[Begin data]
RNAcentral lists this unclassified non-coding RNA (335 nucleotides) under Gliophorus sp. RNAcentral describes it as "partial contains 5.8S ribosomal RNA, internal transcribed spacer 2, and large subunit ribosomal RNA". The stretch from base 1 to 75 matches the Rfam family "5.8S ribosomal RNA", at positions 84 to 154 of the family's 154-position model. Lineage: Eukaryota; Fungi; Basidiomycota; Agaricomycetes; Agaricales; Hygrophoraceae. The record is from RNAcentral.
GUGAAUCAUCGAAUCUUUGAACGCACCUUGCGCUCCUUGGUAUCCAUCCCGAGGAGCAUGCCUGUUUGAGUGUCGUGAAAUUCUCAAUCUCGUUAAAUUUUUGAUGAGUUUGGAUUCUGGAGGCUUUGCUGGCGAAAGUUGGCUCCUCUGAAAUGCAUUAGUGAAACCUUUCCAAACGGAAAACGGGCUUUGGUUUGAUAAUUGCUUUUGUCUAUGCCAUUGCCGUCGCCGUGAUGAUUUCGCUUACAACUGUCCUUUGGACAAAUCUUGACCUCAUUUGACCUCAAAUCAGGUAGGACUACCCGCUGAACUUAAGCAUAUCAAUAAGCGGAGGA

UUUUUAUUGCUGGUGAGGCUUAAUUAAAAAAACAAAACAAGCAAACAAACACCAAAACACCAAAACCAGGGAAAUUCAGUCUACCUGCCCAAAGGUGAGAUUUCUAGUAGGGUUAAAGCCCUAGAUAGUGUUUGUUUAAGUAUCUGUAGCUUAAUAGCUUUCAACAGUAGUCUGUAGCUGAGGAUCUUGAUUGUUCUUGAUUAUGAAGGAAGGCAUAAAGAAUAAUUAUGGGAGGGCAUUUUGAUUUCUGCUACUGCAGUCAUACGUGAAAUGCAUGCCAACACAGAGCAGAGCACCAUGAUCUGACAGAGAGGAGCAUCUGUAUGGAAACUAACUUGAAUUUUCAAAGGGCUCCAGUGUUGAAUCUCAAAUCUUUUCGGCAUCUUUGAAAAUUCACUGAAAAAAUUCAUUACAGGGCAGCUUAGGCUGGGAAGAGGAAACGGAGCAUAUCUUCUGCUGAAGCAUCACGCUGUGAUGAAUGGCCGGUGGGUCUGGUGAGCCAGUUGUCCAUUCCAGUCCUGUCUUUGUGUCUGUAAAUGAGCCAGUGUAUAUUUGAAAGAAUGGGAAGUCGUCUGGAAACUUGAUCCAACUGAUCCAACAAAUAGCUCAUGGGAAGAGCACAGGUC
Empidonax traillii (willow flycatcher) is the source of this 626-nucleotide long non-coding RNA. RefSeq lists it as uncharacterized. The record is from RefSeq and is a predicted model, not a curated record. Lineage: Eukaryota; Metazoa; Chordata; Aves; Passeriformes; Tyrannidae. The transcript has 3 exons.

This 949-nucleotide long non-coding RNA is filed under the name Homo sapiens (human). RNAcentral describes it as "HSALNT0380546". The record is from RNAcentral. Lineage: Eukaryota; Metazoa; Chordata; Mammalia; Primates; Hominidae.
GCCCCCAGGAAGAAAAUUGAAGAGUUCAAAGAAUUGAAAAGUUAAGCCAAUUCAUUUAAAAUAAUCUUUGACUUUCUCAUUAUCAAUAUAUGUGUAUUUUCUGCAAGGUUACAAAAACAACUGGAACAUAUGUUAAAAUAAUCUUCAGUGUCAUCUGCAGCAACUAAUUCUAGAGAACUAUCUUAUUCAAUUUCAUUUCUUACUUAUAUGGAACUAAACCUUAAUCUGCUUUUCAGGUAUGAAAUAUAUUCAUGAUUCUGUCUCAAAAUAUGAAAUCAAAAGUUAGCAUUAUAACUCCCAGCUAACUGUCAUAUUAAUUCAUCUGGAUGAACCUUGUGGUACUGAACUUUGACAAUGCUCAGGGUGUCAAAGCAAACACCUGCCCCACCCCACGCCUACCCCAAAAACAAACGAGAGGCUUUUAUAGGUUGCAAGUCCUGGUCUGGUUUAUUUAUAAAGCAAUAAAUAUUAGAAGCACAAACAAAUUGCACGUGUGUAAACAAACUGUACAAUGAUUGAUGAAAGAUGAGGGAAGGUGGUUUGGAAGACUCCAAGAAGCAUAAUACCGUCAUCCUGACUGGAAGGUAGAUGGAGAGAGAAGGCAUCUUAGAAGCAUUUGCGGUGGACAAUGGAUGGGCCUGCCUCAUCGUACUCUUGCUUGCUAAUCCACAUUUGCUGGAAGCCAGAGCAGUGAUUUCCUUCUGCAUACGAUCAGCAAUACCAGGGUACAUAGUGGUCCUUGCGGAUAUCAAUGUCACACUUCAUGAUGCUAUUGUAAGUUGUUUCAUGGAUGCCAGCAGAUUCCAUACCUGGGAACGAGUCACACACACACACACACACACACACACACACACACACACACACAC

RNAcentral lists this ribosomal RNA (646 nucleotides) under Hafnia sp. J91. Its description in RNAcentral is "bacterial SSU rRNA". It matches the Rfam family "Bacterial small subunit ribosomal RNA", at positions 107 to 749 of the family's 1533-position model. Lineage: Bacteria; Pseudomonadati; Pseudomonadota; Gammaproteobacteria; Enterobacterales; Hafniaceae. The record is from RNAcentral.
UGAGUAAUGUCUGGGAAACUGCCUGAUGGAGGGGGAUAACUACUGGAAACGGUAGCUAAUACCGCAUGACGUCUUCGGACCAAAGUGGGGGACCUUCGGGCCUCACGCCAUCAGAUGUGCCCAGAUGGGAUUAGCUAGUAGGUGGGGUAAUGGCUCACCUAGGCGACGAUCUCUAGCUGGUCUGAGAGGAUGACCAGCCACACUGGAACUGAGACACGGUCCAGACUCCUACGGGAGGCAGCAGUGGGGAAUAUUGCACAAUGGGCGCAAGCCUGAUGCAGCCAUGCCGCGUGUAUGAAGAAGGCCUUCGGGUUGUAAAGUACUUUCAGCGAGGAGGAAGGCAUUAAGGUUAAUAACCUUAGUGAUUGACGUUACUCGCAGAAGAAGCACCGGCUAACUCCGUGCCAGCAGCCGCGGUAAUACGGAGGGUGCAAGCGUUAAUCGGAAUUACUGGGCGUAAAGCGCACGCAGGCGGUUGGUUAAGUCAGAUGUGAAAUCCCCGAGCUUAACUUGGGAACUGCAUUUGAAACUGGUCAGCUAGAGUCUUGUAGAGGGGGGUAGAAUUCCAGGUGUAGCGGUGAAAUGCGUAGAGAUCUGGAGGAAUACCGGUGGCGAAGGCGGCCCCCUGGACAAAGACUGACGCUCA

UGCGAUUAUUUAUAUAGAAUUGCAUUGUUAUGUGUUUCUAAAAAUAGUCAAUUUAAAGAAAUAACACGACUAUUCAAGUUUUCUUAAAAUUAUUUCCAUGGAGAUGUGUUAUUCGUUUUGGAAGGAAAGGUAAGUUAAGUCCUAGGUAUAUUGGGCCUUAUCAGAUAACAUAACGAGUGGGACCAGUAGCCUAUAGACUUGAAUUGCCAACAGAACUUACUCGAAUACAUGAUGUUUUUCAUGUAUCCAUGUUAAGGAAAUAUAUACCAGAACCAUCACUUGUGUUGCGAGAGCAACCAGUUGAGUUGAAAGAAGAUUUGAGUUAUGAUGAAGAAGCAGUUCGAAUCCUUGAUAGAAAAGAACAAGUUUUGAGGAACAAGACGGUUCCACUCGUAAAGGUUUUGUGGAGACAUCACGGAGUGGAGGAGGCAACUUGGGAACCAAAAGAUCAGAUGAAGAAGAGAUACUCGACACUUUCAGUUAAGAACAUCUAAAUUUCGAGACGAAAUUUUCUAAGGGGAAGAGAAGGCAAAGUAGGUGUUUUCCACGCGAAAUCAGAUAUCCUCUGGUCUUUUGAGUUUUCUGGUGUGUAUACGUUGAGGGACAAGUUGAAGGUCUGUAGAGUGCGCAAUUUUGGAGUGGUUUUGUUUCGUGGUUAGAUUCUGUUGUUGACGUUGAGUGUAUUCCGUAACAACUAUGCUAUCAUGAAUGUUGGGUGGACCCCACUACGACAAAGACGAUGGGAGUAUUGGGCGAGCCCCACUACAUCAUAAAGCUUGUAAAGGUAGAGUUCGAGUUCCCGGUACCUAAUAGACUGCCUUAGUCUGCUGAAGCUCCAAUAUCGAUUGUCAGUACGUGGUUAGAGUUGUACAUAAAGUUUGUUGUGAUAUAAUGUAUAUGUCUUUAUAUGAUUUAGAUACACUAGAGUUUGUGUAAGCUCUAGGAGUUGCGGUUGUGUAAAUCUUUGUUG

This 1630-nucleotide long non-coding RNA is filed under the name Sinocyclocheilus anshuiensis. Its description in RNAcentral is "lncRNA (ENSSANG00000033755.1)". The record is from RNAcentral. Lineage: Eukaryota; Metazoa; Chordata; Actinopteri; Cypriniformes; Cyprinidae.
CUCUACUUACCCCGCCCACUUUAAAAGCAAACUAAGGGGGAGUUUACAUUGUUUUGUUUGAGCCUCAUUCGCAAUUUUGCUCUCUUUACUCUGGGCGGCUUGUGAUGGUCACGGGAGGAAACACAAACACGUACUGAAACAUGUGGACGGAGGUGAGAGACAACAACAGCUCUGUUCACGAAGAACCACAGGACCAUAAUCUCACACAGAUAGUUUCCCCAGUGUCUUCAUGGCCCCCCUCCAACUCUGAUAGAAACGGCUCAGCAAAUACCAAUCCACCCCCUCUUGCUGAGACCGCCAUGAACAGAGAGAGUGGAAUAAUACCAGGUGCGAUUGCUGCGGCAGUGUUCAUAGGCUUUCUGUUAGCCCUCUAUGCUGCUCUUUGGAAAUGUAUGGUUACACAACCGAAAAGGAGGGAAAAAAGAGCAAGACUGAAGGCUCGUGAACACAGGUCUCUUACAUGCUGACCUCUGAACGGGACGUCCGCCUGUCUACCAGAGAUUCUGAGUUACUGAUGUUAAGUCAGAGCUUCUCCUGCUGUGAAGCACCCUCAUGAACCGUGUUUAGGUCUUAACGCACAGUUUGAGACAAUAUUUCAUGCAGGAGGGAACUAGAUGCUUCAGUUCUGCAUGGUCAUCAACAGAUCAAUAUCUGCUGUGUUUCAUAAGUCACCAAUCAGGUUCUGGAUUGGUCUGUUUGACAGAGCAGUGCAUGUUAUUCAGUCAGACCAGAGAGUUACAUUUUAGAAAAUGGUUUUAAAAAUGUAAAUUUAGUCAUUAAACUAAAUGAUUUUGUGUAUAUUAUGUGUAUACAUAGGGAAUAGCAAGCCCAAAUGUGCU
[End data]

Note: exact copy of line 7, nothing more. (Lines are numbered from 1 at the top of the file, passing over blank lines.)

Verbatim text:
RNAcentral lists this ribosomal RNA (646 nucleotides) under Hafnia sp. J91. Its description in RNAcentral is "bacterial SSU rRNA". It matches the Rfam family "Bacterial small subunit ribosomal RNA", at positions 107 to 749 of the family's 1533-position model. Lineage: Bacteria; Pseudomonadati; Pseudomonadota; Gammaproteobacteria; Enterobacterales; Hafniaceae. The record is from RNAcentral.